By: The Busted Amp Staff
JOSEPH: One of the most innovative projects of the last decade, M83 has dazzled fans with some truly unique albums, from 2003's Dead Cities, Red Seas & Lost Ghosts to 2008's Saturdays = Youth to 2011's Hurry Up, We're Dreaming, when M83 announces an album is coming, people stop what they're doing and listen. Coming off the heels of an album which, along with Queens of the Stone Age's 2013 .....Like Clockwork holds the spot for my favorite albums of this decade, I was quite excited for where Anthony Gonzalez was going to take us on his long anticipated follow up. Initially, I was excited. The first single "Do It, Try It" brings us the return of some classic M83 jams, especially the awesome synth line that closes the song. Sure the song has absolutely nothing to offer from a lyrical perspective short of saying, "Do it, try it" over and over again, but as someone who has never really cared much for lyrics that's fine by me. The second single, "Go!" featuring Mai Lan, suffered from the same problems, but again the amazing instrumentation (dat sexy guitar solo from Steve Vai though) made this song good enough for me to get past the complete lack of distinguishable vocals. But, once the album came out, I began to realize it's limitations.
But as much as I respect the instrumentation on almost every song and the loving ode to 80's synth pop, Junk suffers from the same problem as most of the synth pop of the 80's: it's superficial. From start to finish, this album feels like excess weight, and the album lacks a surprising amount of coherency, which has always been one of Anthony Gonzalez's fortes. Songs like the instrumental "Moon Crystal" feel very out of place on this album, and sound like nothing more than elevator music. Elevator music? That's what you have for us M83? I mean sure it's groovy elevator music, but I still expect so much more from a man who was able to make a song simply called "Intro" be a breathtaking masterpiece of song. The album shifts into one of the few high-points as the incredible Susanne Sundfør makes an appearance on "For the Kids." This was the only time the entire album that I could easily discern the identity of the vocalist singing. I actually totally missed Beck's role in "Team Wind." How is that possible? How is someone with a voice as identifiable as Beck's able to be so lost that the listener doesn't even know it's him? But, despite all of this.....I freaking love "Solitude." For one six minute song, M83 brings all the elements of his past accomplishments to one great song. Despite the missteps of most of the album, "Solitude" has become one of my personal favorite songs by Anthony Gonzalez, and it's definitely one song that I cannot wait to hear live.
But, obviously, one song is not enough to make an album good. And, as painful as it is for me to say, good Junk is not. Maybe it will grow on me as time goes on. Maybe I will decide that I expected too much from Anthony Gonzalez. But I know he can do better. This album, ultimately, is an interesting one to me because Gonzalez has always been one to not rush his creativity. He has always forgone the traditional "album cycle" and has released material when he feels it is good and ready. And yet....we get this? Did he feel that it had been 5 years since Hurry Up, We're Dreaming so he needed to release a new album? Well, I think he named the album after he listened to it from start to finish, because this title does describe most of the album exceptionally well. Now we have to wait 5 years to hope for another truly M83-esque album. Excuse me while I go cry about something else.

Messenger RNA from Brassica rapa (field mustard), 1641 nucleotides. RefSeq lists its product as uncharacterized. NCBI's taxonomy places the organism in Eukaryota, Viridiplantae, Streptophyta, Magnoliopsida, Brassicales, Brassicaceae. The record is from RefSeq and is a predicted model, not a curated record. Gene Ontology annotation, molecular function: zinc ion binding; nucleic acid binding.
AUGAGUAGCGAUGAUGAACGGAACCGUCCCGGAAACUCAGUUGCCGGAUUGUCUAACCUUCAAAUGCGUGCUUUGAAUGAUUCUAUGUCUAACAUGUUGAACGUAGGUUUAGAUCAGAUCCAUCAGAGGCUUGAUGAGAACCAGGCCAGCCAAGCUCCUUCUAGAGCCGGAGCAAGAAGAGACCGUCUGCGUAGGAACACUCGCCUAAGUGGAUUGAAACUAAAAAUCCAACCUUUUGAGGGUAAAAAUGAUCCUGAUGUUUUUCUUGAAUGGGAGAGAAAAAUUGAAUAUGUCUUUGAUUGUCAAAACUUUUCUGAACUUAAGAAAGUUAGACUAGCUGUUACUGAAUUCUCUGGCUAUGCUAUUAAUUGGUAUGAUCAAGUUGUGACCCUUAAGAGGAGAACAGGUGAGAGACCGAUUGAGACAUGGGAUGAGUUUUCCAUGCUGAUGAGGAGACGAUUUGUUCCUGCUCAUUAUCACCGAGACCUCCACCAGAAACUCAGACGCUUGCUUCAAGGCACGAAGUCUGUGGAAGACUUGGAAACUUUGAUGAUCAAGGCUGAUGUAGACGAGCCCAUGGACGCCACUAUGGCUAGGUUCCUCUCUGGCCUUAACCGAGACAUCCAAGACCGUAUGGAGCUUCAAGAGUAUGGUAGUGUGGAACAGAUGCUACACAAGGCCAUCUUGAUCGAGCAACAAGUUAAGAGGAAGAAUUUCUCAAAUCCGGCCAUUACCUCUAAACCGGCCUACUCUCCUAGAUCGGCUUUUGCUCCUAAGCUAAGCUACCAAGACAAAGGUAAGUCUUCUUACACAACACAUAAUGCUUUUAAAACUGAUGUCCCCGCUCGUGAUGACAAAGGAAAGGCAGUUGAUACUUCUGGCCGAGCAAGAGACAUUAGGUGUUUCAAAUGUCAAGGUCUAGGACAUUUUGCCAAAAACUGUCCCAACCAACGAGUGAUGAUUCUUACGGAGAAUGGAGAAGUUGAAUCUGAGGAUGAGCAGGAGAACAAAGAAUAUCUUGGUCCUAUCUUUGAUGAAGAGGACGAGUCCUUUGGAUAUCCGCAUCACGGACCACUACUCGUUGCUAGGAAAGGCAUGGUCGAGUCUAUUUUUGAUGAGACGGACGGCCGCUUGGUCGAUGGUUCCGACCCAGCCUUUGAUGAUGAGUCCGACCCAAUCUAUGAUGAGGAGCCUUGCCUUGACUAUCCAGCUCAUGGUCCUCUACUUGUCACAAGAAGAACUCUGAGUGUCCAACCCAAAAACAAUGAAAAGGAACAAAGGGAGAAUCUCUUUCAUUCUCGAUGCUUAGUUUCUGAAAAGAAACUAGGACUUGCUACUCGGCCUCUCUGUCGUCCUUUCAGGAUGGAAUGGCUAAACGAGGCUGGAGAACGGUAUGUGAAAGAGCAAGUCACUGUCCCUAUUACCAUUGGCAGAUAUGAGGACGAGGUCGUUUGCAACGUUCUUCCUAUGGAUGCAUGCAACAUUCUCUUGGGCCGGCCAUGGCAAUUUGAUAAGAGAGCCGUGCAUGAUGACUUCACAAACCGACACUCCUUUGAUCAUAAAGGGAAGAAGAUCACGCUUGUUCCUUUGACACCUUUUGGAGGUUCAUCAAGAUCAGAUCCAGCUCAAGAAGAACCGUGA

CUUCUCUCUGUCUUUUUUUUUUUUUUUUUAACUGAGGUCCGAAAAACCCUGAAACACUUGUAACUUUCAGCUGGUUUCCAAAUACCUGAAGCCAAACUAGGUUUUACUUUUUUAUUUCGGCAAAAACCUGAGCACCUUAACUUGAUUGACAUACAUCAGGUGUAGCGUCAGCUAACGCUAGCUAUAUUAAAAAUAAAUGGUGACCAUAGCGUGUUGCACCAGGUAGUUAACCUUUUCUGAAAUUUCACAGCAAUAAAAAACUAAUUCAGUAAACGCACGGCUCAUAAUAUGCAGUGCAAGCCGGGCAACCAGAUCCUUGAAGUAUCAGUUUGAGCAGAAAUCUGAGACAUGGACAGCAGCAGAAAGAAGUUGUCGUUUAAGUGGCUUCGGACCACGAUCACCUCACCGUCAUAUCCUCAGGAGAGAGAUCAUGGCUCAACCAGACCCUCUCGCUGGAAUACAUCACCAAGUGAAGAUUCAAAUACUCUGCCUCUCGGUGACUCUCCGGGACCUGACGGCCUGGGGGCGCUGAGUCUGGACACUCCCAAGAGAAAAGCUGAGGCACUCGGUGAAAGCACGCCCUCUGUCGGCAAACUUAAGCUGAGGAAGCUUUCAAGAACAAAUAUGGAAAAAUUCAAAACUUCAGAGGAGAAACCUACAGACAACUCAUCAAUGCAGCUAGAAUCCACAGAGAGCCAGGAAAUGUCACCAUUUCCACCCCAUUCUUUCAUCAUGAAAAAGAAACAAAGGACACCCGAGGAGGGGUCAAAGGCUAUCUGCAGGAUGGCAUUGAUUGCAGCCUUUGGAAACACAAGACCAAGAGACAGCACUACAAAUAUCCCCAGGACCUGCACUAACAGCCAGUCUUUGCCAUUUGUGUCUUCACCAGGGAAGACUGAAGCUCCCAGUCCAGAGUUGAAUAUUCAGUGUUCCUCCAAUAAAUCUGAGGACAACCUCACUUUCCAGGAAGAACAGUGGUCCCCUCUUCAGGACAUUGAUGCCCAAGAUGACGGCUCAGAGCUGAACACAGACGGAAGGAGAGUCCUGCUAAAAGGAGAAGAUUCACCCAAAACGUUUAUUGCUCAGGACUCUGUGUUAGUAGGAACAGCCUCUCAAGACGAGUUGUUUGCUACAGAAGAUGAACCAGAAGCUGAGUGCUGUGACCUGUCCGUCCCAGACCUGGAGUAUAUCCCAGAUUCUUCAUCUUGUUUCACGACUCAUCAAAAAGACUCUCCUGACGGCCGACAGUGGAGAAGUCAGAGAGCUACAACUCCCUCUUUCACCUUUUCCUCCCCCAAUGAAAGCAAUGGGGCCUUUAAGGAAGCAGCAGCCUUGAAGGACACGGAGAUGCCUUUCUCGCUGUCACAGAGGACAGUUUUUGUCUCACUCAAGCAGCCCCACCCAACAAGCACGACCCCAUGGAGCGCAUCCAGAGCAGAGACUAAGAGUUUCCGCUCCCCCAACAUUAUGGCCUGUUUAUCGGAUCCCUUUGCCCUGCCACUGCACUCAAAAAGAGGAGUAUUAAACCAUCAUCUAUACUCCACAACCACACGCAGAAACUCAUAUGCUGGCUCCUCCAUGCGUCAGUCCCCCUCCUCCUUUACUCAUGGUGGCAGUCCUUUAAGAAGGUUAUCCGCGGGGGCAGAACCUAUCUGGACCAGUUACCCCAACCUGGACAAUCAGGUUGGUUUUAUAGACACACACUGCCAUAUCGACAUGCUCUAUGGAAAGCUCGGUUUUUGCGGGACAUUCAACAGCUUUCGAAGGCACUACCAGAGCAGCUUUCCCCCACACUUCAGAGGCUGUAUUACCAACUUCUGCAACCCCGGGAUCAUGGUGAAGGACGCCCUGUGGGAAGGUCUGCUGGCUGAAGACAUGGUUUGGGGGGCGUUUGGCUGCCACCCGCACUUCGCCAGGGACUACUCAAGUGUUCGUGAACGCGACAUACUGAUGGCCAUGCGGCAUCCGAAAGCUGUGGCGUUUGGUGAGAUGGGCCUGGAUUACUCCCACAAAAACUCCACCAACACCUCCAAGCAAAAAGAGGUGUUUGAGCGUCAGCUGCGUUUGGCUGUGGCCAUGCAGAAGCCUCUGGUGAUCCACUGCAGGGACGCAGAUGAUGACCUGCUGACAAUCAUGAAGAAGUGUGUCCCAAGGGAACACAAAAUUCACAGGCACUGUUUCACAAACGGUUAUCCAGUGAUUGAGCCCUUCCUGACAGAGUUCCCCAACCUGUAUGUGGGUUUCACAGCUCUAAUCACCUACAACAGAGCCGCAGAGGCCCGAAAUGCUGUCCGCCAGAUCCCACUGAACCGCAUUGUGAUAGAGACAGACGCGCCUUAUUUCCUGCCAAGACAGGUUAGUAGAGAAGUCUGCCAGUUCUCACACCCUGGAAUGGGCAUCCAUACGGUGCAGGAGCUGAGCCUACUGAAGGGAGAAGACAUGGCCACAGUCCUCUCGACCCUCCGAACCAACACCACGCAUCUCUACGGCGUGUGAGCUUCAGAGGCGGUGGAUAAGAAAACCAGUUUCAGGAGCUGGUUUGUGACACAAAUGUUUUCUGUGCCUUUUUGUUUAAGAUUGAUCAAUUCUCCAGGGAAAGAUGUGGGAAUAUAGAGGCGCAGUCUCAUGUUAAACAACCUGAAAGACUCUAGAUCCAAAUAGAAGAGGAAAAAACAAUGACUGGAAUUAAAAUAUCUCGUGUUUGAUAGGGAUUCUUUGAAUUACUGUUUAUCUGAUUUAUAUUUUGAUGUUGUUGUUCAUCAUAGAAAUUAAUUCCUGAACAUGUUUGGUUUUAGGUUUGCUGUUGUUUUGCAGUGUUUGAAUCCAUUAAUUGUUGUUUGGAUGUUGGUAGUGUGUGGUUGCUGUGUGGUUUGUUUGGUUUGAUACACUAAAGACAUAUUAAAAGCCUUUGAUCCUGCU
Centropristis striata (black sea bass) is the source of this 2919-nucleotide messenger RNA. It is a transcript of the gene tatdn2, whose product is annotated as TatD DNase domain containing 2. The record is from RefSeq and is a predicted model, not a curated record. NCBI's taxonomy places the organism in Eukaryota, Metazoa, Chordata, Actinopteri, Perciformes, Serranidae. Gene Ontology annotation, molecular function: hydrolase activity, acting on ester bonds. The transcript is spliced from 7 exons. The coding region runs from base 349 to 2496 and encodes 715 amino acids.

My Number: 4/10
DEREK: When "Do It, Try It" dropped as the lead single from Junk, I wasn't quite sure what to think. On the one hand, the song's vocals are garbled and indiscernible, the synths are muffled and poorly mixed, and the content does not nearly live up to the grandiose scope of anything from Hurry Up, We're Dreaming. On the other hand, there's an adorable puppy on the single cover, so obviously I gave the song a pass and looked forward to what I hoped would be a more substantive rest of the album. Unfortunately, my hopes were not realized and Junk really tries its best to live up to the name.
There are a few highlights on the album. "Go!" is going to be a really fun song live, especially at any festivals where Steve Vai can make a cameo for his ridiculous solo at the end. The problem is the rest of the song. Besides not being able to understand any words in the chorus, the overly excessive countdown leading into the solo is a total waste. Did Anthony Gonzalez really think it was a good idea to count down from eight? "Solitude" is a pretty solid tune. Get it? No? Well, I don't get where Gonzalez was going with this album either.
As Joseph mentioned, there are a decent number of collaborators, but none of them really stand out besides Susanne Sundfør on "For The Kids". MAI LAN and Jordan Lawlor are completely forgettable, and Beck's contribution on "Time Wind" is a joke. Each one of them add nothing to any of the songs, and miss nearly every opportunity to inject life in the lifeless filler. Speaking of filler, not only is that one of the bigger weak spots on Junk, but that was also my biggest complaint from Hurry Up, We're Dreaming. I think it was more pronounced on the latter because it was a double album, but on Junk, there just aren't the really fantastic songs to even it out like there was on Hurry Up, We're Dreaming, and it makes for a boring, uninspired listen for the vast majority of the album.
Unless something shocking happens in the remainder of 2016, this will definitely be on my Most Disappointing Albums list.
My Number: 3/10
Also, can we please talk about how the album cover monsters look like a combination of Cousin It and Grimace from McDonald's?
Who are we?
Derek Jung and Joseph Kathmann -- Just two ordinary guys that love talking about music. You can read more about us here.